If youâve been watching the activity surrounding the U.S. Congressâ consideration of federal food safety reform legislation, then youâve seen a textbook example of how complex the legislative process can become.
During a lame duck session, it took cloture to limit debate so the Senate could vote on the legislation, then a so-called âblue slipâ constitutional issue regarding taxing authority nearly killed the billâs chances in the House of Representatives.
Now approved by the House, as of this writing the bill is awaiting final Senate action to fix the blue slip issue. (For the details, visit PMA.com or read our Field to Fork blog.)
As complex as developments have been in the last couple of weeks, one thing is clear. Now more than ever, it is vital that our industry is seen and heard on the subject of food safety, from the halls of Congress to the White House to the various agencies.
Food safety is the hottest topic facing our industry right now, as evidenced by this Congressâ attention.
Meanwhile, the Food and Drug Administration is developing beefed-up food safety regulations â including produce-specific ones â whether or not Congress passes new legislation.
Should Congress finish its work, the agency will then incorporate regulations to implement the legislation into its ongoing efforts. So, one way or another, new rules are coming.
Further, FDA and the Centers for Disease Control and Prevention yield considerable power over our industryâs markets in the event of a foodborne illness outbreak and investigation.
Government is having an increasing effect on our industryâs business â thereâs no denying or changing that â so our goal then is to promote the smarter governance our businesses need. PMAâs focus for some time now has been on building relationships and educating governmental influencers about the intricacies of our industry and our regulatory needs.
For example, since Congress first began considering food safety legislation, our staff and many volunteer leaders have been walking the halls of Congress, meeting with representatives, senators and committee staff to explain what the produce industry is doing to enhance food safety and what our specific needs are.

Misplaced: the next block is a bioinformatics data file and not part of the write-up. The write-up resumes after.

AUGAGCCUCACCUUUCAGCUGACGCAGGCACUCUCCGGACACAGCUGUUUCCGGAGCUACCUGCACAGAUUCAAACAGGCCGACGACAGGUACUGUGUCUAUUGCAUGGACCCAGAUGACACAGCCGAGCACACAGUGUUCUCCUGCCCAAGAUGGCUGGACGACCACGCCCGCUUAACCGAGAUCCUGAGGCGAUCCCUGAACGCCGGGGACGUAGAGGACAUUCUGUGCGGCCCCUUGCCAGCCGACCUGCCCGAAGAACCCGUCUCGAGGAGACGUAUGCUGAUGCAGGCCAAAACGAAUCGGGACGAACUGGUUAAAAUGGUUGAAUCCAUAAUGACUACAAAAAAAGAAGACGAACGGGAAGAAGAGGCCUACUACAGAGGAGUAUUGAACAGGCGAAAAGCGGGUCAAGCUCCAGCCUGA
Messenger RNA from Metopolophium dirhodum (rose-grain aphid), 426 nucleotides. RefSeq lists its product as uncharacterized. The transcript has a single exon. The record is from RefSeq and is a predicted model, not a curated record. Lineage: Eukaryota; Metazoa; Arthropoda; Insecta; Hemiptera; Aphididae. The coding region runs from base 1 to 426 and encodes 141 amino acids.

We have also been regular visitors at FDA and CDC, and weâve asked our members to communicate with their legislators on several occasions.
These conversations donât always make the headlines, but they are essential to building strong relationships, understanding, and impact with the people making the rules for our industry.
As of this writing it remains to be seen whether food safety reform legislation will pass in this Congress, or whether the language that exempts some businesses for reasons not based on science or risk will stand.
Having originally vocally supported the Senate bill before these exemptions were added, in the days ahead weâll continue our work to explain why we think they arenât in the best interests of consumers â and will actually reduce the market potential of the producers they are trying to protect.
PMA stands ready to work with FDA to implement regulations that will offer consumers the protection they deserve and expect, so that we can continue the work of improving consumer confidence in the safety of our products and ensure a level playing field on food safety.
Meanwhile, earlier this month Congress reauthorized child nutrition laws, including several provisions actively supported by produce industry leaders such as PMA.
These included increased reimbursement for school meals, improvements in the nutritional value of those meals, and new nutritional standards for food sold outside school meals (aka competitive foods).
Thatâs good news for our nationâs youth and our industry alike.
While things can move quickly in Washington, D.C., one thing remains the same.
At the end of the day, government relations works best when your legislators hear from you, their constituents.
If you arenât already a member of your trade group(s)â grassroots network â including PMAâs GROW â then join today, and answer our calls to action promptly when they come.
And donât settle for just writing letters. Call them, or meet with them in their district offices at home, to share your story.
Invite them to see your operations and experience firsthand your companyâs commitment to food safety, and to public health and consumer confidence. Thatâs a destination that best serves everyone â onsumers, industry and government alike.
Mike OâBrien is vice president of produce and floral for Schnuck Markets, St. Louis. He is chairman of PMAâs government relations committee in addition to serving as PMAâs chairman of its board of directors. Tom OâBrien is PMAâs representative in Washington, D.C. They are not related.
How is your company speaking up about food safety efforts? Leave a comment and tell us your opinion.